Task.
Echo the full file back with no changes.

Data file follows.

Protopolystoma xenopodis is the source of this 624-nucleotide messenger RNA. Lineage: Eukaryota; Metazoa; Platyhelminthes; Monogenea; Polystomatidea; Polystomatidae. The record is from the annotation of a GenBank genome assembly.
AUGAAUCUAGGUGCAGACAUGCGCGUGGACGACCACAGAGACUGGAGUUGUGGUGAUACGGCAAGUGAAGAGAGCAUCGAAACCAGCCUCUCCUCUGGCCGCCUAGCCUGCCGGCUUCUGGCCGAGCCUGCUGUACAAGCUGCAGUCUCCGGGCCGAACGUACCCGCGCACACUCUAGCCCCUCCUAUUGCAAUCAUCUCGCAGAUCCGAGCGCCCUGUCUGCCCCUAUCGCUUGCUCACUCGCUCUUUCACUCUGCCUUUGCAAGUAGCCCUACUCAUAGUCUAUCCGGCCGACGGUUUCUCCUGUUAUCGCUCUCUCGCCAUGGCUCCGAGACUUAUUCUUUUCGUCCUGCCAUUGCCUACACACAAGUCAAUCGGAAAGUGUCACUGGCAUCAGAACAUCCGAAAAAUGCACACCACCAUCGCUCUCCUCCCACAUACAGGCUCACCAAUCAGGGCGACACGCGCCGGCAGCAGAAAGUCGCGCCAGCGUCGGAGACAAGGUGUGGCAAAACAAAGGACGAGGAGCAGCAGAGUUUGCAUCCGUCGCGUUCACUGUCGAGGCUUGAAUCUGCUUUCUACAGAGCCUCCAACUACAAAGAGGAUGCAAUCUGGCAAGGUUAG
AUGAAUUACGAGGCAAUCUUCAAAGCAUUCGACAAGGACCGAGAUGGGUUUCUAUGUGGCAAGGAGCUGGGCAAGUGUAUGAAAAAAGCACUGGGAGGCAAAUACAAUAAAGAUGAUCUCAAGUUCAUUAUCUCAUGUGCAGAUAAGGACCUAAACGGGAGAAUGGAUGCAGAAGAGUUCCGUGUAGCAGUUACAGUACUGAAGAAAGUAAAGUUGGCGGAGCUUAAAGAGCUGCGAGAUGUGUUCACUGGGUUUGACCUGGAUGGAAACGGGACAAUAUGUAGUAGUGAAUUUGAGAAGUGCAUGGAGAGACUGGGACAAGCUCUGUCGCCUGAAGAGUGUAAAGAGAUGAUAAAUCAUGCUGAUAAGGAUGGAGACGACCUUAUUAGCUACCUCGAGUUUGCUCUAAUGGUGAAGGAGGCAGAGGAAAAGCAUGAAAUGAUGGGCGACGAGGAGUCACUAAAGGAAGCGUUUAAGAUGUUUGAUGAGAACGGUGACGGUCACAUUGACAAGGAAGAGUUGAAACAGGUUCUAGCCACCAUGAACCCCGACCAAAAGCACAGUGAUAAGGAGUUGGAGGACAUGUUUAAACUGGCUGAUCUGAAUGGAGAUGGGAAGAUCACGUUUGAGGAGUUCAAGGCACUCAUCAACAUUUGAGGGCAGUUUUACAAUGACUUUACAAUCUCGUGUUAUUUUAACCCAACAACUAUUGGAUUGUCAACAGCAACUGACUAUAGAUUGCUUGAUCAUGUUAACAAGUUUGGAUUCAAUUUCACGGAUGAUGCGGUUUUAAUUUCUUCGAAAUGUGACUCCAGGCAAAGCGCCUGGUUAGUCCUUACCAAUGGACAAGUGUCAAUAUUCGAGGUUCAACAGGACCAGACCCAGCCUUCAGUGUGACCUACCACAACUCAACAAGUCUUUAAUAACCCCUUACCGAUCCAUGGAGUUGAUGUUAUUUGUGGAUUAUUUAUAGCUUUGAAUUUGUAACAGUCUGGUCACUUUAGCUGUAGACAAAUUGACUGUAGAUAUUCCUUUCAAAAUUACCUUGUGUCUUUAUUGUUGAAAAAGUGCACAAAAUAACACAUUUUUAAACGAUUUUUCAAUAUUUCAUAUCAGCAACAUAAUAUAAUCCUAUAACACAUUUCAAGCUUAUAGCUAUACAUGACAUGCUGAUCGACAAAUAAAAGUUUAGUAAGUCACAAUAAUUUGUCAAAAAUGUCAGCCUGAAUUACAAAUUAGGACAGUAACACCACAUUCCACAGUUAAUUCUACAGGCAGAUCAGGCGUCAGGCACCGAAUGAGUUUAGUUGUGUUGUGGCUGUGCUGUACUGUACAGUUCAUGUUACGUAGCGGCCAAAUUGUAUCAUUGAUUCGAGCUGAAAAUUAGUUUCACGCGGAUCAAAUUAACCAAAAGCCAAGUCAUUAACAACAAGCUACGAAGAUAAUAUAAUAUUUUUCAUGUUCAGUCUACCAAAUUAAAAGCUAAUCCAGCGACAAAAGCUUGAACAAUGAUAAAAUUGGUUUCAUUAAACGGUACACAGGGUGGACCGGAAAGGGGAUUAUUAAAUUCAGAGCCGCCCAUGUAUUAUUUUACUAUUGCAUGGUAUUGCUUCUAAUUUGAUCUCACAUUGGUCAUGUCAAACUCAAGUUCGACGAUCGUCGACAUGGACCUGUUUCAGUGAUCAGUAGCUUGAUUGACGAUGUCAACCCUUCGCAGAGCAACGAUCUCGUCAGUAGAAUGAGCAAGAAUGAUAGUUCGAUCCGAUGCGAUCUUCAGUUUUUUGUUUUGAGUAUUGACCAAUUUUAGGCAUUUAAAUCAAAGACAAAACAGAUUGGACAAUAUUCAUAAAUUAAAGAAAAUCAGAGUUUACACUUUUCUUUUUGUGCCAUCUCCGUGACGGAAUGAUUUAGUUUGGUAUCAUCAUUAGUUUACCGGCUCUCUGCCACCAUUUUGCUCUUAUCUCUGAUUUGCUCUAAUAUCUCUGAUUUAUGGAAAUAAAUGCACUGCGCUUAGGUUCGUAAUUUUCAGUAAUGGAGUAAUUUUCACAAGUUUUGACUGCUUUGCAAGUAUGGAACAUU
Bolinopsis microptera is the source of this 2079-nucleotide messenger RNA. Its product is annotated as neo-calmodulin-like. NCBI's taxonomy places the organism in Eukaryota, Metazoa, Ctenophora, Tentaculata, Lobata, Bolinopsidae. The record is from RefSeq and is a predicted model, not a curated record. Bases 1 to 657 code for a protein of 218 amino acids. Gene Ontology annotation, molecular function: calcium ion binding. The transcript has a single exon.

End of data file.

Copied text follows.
Protopolystoma xenopodis is the source of this 624-nucleotide messenger RNA. Lineage: Eukaryota; Metazoa; Platyhelminthes; Monogenea; Polystomatidea; Polystomatidae. The record is from the annotation of a GenBank genome assembly.
AUGAAUCUAGGUGCAGACAUGCGCGUGGACGACCACAGAGACUGGAGUUGUGGUGAUACGGCAAGUGAAGAGAGCAUCGAAACCAGCCUCUCCUCUGGCCGCCUAGCCUGCCGGCUUCUGGCCGAGCCUGCUGUACAAGCUGCAGUCUCCGGGCCGAACGUACCCGCGCACACUCUAGCCCCUCCUAUUGCAAUCAUCUCGCAGAUCCGAGCGCCCUGUCUGCCCCUAUCGCUUGCUCACUCGCUCUUUCACUCUGCCUUUGCAAGUAGCCCUACUCAUAGUCUAUCCGGCCGACGGUUUCUCCUGUUAUCGCUCUCUCGCCAUGGCUCCGAGACUUAUUCUUUUCGUCCUGCCAUUGCCUACACACAAGUCAAUCGGAAAGUGUCACUGGCAUCAGAACAUCCGAAAAAUGCACACCACCAUCGCUCUCCUCCCACAUACAGGCUCACCAAUCAGGGCGACACGCGCCGGCAGCAGAAAGUCGCGCCAGCGUCGGAGACAAGGUGUGGCAAAACAAAGGACGAGGAGCAGCAGAGUUUGCAUCCGUCGCGUUCACUGUCGAGGCUUGAAUCUGCUUUCUACAGAGCCUCCAACUACAAAGAGGAUGCAAUCUGGCAAGGUUAG
AUGAAUUACGAGGCAAUCUUCAAAGCAUUCGACAAGGACCGAGAUGGGUUUCUAUGUGGCAAGGAGCUGGGCAAGUGUAUGAAAAAAGCACUGGGAGGCAAAUACAAUAAAGAUGAUCUCAAGUUCAUUAUCUCAUGUGCAGAUAAGGACCUAAACGGGAGAAUGGAUGCAGAAGAGUUCCGUGUAGCAGUUACAGUACUGAAGAAAGUAAAGUUGGCGGAGCUUAAAGAGCUGCGAGAUGUGUUCACUGGGUUUGACCUGGAUGGAAACGGGACAAUAUGUAGUAGUGAAUUUGAGAAGUGCAUGGAGAGACUGGGACAAGCUCUGUCGCCUGAAGAGUGUAAAGAGAUGAUAAAUCAUGCUGAUAAGGAUGGAGACGACCUUAUUAGCUACCUCGAGUUUGCUCUAAUGGUGAAGGAGGCAGAGGAAAAGCAUGAAAUGAUGGGCGACGAGGAGUCACUAAAGGAAGCGUUUAAGAUGUUUGAUGAGAACGGUGACGGUCACAUUGACAAGGAAGAGUUGAAACAGGUUCUAGCCACCAUGAACCCCGACCAAAAGCACAGUGAUAAGGAGUUGGAGGACAUGUUUAAACUGGCUGAUCUGAAUGGAGAUGGGAAGAUCACGUUUGAGGAGUUCAAGGCACUCAUCAACAUUUGAGGGCAGUUUUACAAUGACUUUACAAUCUCGUGUUAUUUUAACCCAACAACUAUUGGAUUGUCAACAGCAACUGACUAUAGAUUGCUUGAUCAUGUUAACAAGUUUGGAUUCAAUUUCACGGAUGAUGCGGUUUUAAUUUCUUCGAAAUGUGACUCCAGGCAAAGCGCCUGGUUAGUCCUUACCAAUGGACAAGUGUCAAUAUUCGAGGUUCAACAGGACCAGACCCAGCCUUCAGUGUGACCUACCACAACUCAACAAGUCUUUAAUAACCCCUUACCGAUCCAUGGAGUUGAUGUUAUUUGUGGAUUAUUUAUAGCUUUGAAUUUGUAACAGUCUGGUCACUUUAGCUGUAGACAAAUUGACUGUAGAUAUUCCUUUCAAAAUUACCUUGUGUCUUUAUUGUUGAAAAAGUGCACAAAAUAACACAUUUUUAAACGAUUUUUCAAUAUUUCAUAUCAGCAACAUAAUAUAAUCCUAUAACACAUUUCAAGCUUAUAGCUAUACAUGACAUGCUGAUCGACAAAUAAAAGUUUAGUAAGUCACAAUAAUUUGUCAAAAAUGUCAGCCUGAAUUACAAAUUAGGACAGUAACACCACAUUCCACAGUUAAUUCUACAGGCAGAUCAGGCGUCAGGCACCGAAUGAGUUUAGUUGUGUUGUGGCUGUGCUGUACUGUACAGUUCAUGUUACGUAGCGGCCAAAUUGUAUCAUUGAUUCGAGCUGAAAAUUAGUUUCACGCGGAUCAAAUUAACCAAAAGCCAAGUCAUUAACAACAAGCUACGAAGAUAAUAUAAUAUUUUUCAUGUUCAGUCUACCAAAUUAAAAGCUAAUCCAGCGACAAAAGCUUGAACAAUGAUAAAAUUGGUUUCAUUAAACGGUACACAGGGUGGACCGGAAAGGGGAUUAUUAAAUUCAGAGCCGCCCAUGUAUUAUUUUACUAUUGCAUGGUAUUGCUUCUAAUUUGAUCUCACAUUGGUCAUGUCAAACUCAAGUUCGACGAUCGUCGACAUGGACCUGUUUCAGUGAUCAGUAGCUUGAUUGACGAUGUCAACCCUUCGCAGAGCAACGAUCUCGUCAGUAGAAUGAGCAAGAAUGAUAGUUCGAUCCGAUGCGAUCUUCAGUUUUUUGUUUUGAGUAUUGACCAAUUUUAGGCAUUUAAAUCAAAGACAAAACAGAUUGGACAAUAUUCAUAAAUUAAAGAAAAUCAGAGUUUACACUUUUCUUUUUGUGCCAUCUCCGUGACGGAAUGAUUUAGUUUGGUAUCAUCAUUAGUUUACCGGCUCUCUGCCACCAUUUUGCUCUUAUCUCUGAUUUGCUCUAAUAUCUCUGAUUUAUGGAAAUAAAUGCACUGCGCUUAGGUUCGUAAUUUUCAGUAAUGGAGUAAUUUUCACAAGUUUUGACUGCUUUGCAAGUAUGGAACAUU
Bolinopsis microptera is the source of this 2079-nucleotide messenger RNA. Its product is annotated as neo-calmodulin-like. NCBI's taxonomy places the organism in Eukaryota, Metazoa, Ctenophora, Tentaculata, Lobata, Bolinopsidae. The record is from RefSeq and is a predicted model, not a curated record. Bases 1 to 657 code for a protein of 218 amino acids. Gene Ontology annotation, molecular function: calcium ion binding. The transcript has a single exon.